October 13, 2016

Zeina Hashem Beck


Time has come knocking on my door, and I’ve told him there’s no healing this country.
I’ve loved and I’ve forgotten. Hozn isn’t merely sadness—she can cling, this country.

On stage, I gather hozn with my hands, gesturing here, and here,
and here my mother died three days after I was born to sing this country.

I’ve written letters from underneath the water. I’ve grown gills. I’ve waited
a long time in my backstage womb before my first breath, my beginning, this country.

My first concert was on a rooftop, like moonlight, like flocks of home-bred pigeons.
Later, I became a dark nightingale. No one could stop my heart from conquering this country.

When Abdel Nasser was defeated, I sang that Masr was washing her hair by the water,
the same water that has gifted me my disease. Still, she loves the morning, this country.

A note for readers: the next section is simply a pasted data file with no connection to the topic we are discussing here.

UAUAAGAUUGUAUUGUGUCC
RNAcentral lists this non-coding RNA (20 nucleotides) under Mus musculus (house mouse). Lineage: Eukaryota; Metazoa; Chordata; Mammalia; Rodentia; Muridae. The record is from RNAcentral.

I traced a line from the Qur’an in the air the last time I left for a hospital in
London. Girls threw themselves off balconies the day I died. She has beautiful ways of keening, this country.

One of my songs ends with Laughter and starts with Love. Sing it. I had a radio
near my hospital bed. I could hear Cairo clearly, could hear her ring, this country.

from 3arabi Song
2016 Rattle Chapbook Prize Winner

[download audio]


Zeina Hashem Beck: “Abdel Halim Hafez was one of the most popular Egyptian singers, very well-known across the Arab world. He died in 1977 at age 47 in London, where he was undergoing treatment for Bilharzia, which he had caught as a kid. He was nicknamed ‘The Dark Nightingale.’ Stanzas 1, 3, 5, and 7 contain references to his songs. The word hozn is Arabic for ‘sadness,’ and Masr is Arabic for ‘Egypt.'” (website)